Working Lonely

Office SpaceLast month I posted a couple of links to Comment Magazine (along with an extended quote from Henri Nouwen) on the topic of loneliness.  Comment’s most recent issue is about social isolation, and little by little they have released parts of the issue online for free.  The most recent article, written by Brian Dijkema, has to do with social isolation and work.  He starts the article with a sobering realization:

If you work full time for the same amount of years that your children are in the house (let’s say twenty-five), you will have spent fifty thousand hours with your colleagues. That is a lot of time. So much time that it’s possible that at the end of that quarter century, you will have spent more of your waking time at work than with your kids as they grew up.

My first response as I contemplated this was . . . depression.

That’s really a depressing thought . . . and I don’t even have kids.  But I do get the sense of the challenge of proportion and the reality of how we spend our time.  This is even true for teachers, who often cite extended summer vacations as a reason for pursuing the job.    But for a single guy like me, even extended summer vacations away from routine and a more consistent presence of others, can be something of a struggle.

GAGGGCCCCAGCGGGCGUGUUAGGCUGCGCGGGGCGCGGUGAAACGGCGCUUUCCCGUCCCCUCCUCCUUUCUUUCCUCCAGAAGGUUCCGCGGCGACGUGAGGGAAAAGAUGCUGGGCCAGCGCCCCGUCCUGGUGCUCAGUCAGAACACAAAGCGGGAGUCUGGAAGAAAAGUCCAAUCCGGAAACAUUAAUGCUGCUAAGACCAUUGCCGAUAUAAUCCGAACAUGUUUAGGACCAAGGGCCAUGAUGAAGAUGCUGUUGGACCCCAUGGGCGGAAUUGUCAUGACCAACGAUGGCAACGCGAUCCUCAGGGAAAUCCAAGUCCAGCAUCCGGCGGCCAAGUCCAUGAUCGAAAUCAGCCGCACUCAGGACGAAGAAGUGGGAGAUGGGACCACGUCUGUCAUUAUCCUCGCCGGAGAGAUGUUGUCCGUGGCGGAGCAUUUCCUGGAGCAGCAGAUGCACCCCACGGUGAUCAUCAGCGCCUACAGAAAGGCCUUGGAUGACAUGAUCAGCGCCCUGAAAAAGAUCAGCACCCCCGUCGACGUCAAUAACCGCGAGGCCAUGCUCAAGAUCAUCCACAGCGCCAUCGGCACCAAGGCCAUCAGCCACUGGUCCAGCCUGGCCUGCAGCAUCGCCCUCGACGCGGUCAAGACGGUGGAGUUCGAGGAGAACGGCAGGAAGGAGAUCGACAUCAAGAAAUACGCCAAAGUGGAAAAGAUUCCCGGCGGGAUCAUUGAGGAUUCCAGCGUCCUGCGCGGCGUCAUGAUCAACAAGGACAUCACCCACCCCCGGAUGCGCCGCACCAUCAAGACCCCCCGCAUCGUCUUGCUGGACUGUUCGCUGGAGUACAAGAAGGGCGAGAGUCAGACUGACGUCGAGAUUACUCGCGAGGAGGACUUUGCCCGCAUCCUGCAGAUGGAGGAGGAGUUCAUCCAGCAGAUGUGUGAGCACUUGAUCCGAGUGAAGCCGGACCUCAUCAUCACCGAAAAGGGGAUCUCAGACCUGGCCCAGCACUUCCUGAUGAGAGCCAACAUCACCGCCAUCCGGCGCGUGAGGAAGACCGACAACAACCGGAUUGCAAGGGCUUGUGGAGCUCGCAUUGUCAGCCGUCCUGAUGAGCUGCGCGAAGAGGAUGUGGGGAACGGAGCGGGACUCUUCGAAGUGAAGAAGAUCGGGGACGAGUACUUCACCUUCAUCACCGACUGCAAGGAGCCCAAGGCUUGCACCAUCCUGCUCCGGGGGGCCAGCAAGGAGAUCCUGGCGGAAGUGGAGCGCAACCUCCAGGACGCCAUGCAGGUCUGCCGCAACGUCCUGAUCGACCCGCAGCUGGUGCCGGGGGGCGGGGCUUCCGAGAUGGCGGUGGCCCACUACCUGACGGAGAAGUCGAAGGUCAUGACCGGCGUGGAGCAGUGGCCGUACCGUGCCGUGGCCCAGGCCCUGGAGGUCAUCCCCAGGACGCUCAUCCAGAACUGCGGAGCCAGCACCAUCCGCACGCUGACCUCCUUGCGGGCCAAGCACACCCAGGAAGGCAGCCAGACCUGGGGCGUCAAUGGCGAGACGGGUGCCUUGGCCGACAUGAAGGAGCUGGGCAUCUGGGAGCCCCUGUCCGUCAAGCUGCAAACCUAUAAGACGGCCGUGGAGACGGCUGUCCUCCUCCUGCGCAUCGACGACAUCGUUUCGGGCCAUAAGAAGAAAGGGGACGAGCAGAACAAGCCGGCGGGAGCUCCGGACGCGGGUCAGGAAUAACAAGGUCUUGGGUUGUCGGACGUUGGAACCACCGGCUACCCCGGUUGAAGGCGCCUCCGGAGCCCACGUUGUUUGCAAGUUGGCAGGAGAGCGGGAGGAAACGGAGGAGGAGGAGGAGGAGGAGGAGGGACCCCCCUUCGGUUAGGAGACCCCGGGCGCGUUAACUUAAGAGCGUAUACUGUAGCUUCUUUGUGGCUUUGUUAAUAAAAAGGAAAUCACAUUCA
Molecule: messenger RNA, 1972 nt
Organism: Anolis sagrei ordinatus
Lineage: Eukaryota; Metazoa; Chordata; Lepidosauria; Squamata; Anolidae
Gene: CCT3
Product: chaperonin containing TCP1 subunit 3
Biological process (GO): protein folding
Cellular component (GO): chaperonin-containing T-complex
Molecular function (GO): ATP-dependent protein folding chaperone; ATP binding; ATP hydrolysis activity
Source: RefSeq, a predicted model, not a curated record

Dijkema has a lot of good things to say about the workplace as a necessary social environment.  It’s a well-cited article (and he even links to some classic Looney Tunes workplace humor!) that is good reading for lots of people, especially for those who lead out.  One of the article’s best quotes:

The basis for determining the value of human work is not primarily the kind of work being done but the fact that the one who is doing it is a person. The sources of the dignity of work are to be sought primarily in the subjective dimension, not in the objective one. . . . In the final analysis it is always man [the Latin here is hominem, plural homines, or people] who is the purpose of the work, whatever work it is that is done by man—even if the common scale of values rates it as the merest “service,” as the most monotonous even the most alienating work.

Among the many things Dijkema accomplishes in the article is the reminder that work can be and should be good, that there is both personal and social dignity in how we “make a living.”  And while the language of unions is pretty foreign to me, I get a sense of what he means when he talks about leading and challenging through dignity.  It’s a good article that you can read here in its entirety.

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Speaking of work and vacation, I’m now a week out from my last official meetings for the year.  And while I’ve still got stuff to do, I’m also just under a week from heading out for a mainland excursion that will include about five states.  So the days are much quieter right now, which is both good and a challenge for me.  Dijkema’s article is a good reminder for the social significance of work, even when you don’t necessarily have to go in.

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